True Religion enters Chapter 11

September 2017  |  DEALFRONT  |  BANKRUPTCY & CORPORATE RESTRUCTURING

Financier Worldwide Magazine

September 2017 Issue


Following months of speculation, designer denim retailer True Religion Apparel Inc has become the latest brick and mortar retailer to file for Chapter 11 bankruptcy protection in the US, as companies continue to struggle to come to terms with the new industry paradigm.

True Religion, founded in 2002, joins a list of retailers, including American Apparel LLC and Payless ShoeSource Inc, who have filed for bankruptcy protection in recent years. Indeed, it was the 23rd retailer or consumer-oriented company to file for bankruptcy protection in 2017. The company aims to exit bankruptcy in about four months, according to court papers.

According its bankruptcy filing, True Religion began to experience financial difficulties from 2013 as consumers embraced online shopping and as clothing tastes began to shift. Its products, which were very popular for a period, arguably failed to move with the times.

 “The volume of retailers either going out of business, over-inventoried or closing a significant number of physical locations has created a highly competitive promotional environment”, and as a result the company had to offer big sales to drive traffic, True Religion said in its bankruptcy filings. For its fiscal year to 28 January 2017, the company’s direct-to-consumer sales netted $273m, or nearly 74 percent of revenues. Its wholesale business in the Americas brought in $54m, or nearly 15 percent of revenue. For the year, the company lost $78.5m on $369.5m in revenues.

The company filed for Chapter 11 in the US bankruptcy court in the District of Delaware, and listed assets and liabilities in the range of $100m to $500m. The company has reached a restructuring agreement with lenders, which will reduce the company’s debt by over $350m, the company said in a statement. Under True Religion’s restructuring plan, agreed by its owner, private equity firm TowerBrook Capital Partners, the company’s lenders will receive most of the equity in the reorganised company and debt will be reduced to $140m.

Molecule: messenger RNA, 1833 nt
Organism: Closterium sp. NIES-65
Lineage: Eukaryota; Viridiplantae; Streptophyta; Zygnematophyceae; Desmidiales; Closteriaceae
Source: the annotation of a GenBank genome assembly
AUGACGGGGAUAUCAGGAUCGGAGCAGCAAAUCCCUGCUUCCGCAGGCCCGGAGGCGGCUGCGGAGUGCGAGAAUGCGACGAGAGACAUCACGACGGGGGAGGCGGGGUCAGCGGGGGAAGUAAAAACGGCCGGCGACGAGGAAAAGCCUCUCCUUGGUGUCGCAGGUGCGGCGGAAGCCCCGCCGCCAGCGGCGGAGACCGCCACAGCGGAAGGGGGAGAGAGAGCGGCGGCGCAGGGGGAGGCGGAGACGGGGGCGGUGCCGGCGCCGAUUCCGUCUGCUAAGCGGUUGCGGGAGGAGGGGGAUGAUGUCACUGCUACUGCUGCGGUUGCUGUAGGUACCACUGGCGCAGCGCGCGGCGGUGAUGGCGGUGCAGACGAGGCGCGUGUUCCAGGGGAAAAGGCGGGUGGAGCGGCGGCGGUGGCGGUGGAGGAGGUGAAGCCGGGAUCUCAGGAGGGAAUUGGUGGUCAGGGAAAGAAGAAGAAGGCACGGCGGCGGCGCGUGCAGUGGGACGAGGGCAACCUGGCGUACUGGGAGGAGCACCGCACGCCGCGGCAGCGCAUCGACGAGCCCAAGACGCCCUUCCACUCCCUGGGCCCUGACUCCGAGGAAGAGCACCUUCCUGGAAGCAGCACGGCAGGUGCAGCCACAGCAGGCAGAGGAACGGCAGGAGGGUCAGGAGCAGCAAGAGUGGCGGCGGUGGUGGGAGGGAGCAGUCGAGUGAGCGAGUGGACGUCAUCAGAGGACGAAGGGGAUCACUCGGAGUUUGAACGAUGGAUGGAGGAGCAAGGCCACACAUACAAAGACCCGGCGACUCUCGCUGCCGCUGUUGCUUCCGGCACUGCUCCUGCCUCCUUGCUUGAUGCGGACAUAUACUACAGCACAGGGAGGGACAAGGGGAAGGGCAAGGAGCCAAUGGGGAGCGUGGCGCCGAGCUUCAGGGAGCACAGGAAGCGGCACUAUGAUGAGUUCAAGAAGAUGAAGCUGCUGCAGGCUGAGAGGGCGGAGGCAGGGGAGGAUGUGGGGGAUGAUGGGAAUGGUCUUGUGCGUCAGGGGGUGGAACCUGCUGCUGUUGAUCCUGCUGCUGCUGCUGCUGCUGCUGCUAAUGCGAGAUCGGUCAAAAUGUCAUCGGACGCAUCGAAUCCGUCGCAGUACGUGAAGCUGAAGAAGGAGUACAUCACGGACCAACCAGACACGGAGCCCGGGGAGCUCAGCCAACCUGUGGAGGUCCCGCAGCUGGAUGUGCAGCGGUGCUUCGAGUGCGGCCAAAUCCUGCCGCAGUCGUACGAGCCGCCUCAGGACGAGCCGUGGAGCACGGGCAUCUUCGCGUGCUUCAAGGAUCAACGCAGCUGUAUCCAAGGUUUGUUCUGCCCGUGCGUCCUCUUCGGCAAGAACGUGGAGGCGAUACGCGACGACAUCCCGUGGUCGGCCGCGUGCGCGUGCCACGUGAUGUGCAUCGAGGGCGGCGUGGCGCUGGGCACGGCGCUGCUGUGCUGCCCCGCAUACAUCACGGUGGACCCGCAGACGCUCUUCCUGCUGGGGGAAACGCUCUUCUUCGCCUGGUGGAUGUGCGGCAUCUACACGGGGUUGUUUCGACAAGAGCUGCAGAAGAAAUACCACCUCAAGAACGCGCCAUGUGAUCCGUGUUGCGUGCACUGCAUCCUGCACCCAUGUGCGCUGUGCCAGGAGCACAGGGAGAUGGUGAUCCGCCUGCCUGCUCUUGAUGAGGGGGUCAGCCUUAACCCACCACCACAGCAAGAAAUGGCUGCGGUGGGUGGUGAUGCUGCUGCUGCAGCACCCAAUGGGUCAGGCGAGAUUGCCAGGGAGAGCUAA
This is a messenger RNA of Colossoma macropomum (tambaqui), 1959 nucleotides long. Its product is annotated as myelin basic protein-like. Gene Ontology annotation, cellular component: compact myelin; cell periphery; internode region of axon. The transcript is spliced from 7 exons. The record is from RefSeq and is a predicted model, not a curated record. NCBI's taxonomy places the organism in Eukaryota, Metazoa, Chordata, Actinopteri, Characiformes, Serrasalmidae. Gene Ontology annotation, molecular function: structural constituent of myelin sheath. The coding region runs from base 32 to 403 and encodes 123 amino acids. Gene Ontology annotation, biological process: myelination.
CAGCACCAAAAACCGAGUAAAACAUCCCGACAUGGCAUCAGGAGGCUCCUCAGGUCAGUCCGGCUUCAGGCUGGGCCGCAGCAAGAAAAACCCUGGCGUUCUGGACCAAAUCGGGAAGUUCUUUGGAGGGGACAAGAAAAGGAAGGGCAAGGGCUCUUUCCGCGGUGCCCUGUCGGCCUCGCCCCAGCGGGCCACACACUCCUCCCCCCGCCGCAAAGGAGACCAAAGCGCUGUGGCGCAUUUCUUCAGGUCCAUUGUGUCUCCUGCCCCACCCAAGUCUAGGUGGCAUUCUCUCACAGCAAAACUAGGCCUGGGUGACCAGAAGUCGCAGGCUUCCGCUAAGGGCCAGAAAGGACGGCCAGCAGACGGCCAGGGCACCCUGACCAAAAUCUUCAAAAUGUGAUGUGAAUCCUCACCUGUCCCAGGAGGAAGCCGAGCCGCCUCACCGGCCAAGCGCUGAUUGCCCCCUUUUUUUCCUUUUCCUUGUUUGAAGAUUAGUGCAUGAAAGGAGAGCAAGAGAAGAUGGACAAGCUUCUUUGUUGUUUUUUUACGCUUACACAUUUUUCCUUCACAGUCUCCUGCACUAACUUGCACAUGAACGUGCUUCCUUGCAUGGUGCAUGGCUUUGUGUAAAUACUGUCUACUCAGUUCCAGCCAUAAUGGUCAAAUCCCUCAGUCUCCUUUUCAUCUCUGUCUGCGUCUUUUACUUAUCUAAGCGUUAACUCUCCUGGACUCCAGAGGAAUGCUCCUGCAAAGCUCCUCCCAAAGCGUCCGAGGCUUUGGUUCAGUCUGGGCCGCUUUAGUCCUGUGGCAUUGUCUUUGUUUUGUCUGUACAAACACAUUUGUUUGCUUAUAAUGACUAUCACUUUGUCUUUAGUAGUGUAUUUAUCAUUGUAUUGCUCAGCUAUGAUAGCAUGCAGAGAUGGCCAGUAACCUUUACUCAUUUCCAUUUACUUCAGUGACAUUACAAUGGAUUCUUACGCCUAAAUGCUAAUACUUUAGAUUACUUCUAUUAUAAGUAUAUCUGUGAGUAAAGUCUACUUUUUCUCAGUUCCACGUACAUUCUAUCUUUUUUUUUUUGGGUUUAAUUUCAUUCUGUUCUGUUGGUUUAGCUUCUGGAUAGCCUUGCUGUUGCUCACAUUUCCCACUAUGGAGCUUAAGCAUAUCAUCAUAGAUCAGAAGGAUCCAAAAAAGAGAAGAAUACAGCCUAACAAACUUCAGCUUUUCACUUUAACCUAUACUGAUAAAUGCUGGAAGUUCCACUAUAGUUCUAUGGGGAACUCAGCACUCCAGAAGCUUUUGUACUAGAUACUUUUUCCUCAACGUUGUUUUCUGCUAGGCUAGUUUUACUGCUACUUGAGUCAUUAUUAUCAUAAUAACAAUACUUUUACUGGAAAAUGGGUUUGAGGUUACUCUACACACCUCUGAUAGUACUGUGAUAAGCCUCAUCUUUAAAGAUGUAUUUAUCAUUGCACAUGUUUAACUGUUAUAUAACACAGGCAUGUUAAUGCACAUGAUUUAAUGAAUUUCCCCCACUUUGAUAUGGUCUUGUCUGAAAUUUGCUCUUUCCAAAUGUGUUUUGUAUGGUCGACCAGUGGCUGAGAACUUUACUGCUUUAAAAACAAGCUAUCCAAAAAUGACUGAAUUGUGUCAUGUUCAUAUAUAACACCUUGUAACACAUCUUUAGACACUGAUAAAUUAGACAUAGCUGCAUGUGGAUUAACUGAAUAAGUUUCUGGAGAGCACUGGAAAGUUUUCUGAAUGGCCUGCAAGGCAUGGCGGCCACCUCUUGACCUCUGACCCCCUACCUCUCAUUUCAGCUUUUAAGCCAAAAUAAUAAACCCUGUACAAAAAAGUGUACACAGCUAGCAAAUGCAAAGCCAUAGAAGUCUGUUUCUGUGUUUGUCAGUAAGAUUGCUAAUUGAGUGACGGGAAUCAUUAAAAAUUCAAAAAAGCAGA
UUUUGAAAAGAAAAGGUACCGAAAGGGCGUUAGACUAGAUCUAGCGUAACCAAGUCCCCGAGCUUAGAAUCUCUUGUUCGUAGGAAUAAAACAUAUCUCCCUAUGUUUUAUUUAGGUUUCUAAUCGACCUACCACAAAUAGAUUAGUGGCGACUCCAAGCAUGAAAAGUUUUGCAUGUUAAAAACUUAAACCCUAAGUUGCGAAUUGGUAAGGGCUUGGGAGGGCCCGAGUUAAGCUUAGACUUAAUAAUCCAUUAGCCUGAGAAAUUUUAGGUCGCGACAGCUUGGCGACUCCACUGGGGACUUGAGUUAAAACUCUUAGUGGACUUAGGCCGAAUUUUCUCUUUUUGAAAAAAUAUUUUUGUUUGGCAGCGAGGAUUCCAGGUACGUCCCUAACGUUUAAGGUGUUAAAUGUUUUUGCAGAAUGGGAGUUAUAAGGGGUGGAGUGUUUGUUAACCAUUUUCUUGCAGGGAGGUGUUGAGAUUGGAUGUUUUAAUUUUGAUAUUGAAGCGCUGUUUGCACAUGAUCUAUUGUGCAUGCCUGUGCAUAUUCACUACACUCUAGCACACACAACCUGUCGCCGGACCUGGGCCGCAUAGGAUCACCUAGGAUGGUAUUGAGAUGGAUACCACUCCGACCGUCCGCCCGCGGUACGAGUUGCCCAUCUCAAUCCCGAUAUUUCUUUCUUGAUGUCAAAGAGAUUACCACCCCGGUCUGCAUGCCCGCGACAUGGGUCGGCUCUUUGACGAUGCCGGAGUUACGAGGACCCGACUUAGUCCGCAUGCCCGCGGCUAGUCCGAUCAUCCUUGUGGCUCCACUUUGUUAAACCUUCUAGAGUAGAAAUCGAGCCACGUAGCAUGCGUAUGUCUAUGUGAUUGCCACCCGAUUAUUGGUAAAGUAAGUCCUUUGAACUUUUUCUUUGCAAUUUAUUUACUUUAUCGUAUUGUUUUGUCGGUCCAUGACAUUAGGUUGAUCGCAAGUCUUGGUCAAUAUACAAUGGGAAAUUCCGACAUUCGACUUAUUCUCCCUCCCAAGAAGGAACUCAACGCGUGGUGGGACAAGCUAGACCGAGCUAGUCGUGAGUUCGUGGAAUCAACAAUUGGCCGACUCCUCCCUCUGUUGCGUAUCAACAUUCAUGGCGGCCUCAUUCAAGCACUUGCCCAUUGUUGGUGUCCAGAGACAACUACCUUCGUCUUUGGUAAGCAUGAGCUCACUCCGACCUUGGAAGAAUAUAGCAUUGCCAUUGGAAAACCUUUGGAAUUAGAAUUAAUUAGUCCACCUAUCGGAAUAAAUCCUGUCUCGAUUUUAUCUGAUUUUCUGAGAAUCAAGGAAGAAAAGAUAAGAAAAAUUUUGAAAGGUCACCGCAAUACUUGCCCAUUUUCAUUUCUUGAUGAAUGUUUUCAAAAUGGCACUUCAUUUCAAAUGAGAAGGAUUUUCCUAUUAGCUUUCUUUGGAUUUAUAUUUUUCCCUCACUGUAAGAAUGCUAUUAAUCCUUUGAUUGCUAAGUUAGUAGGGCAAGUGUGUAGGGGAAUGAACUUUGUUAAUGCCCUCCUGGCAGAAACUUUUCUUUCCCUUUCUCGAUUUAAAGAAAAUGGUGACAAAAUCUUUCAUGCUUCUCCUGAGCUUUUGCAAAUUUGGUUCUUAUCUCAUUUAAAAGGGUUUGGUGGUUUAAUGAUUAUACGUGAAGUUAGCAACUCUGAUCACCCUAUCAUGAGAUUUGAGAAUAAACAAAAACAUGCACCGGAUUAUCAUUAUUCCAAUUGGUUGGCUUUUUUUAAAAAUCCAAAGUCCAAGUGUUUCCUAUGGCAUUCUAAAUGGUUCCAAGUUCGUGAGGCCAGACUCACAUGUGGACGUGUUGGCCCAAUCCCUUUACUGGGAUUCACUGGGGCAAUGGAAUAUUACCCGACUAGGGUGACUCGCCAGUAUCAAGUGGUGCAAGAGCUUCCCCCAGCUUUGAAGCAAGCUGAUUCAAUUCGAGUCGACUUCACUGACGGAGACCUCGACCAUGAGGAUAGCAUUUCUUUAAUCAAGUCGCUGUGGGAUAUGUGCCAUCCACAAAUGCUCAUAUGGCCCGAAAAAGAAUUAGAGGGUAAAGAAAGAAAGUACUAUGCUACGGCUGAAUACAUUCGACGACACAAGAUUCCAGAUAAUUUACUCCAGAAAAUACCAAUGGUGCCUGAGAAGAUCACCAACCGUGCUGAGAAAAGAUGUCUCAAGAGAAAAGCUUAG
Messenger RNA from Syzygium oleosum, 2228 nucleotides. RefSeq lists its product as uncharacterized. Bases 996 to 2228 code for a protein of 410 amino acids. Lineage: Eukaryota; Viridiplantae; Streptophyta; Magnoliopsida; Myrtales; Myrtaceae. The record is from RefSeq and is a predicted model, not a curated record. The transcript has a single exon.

The company went private in 2013, when it was acquired by TowerBrook for $835m, and shortly after “began experiencing declining sales caused by the general trend of consumers [moving] away from traditional retail to online shopping,” Dalibor Snyder, True Religion’s chief financial officer, said in a court filing.

During the restructuring process the company will continue to operate, thanks to a loan facility worth up to $60m agreed with Citizens Bank N.A.

“By dramatically improving our capital structure 24 months in advance of our term-loan maturity, we will continue business operations as usual and provide our employees and business partners the long-term stability they need,” said John Ermatinger, president and chief executive of True Religion. He added, “We are taking an important step to reduce our debt, reinvigorate True Religion’s iconic brand and position the company for future growth and success.”

The company intends to improve its e-commerce capabilities while retaining some of its existing stores. The company has 621 full-time employees and 1084 part-time employees spread across 128 stores in the US and 11 outside the country; its products are sold at around 500 locations across the US, Mexico and South America. The company did close around 20 locations in 2016 and reduced its workforce by around 25 percent to cut costs, but these moves were insufficient in the face of the changing apparel market. The company’s stores made up almost 75 percent of its total net sales for its most recent fiscal year. It also sells its denim through department stores including Nordstrom, Bloomingdale’s and Sakes Fifth Avenue.

Trade creditors “critical” to True Religion’s business are expected to be paid in full, according to the company. Approval of its bankruptcy plan is expected in 90 to 120 days.

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BY

Richard Summerfield


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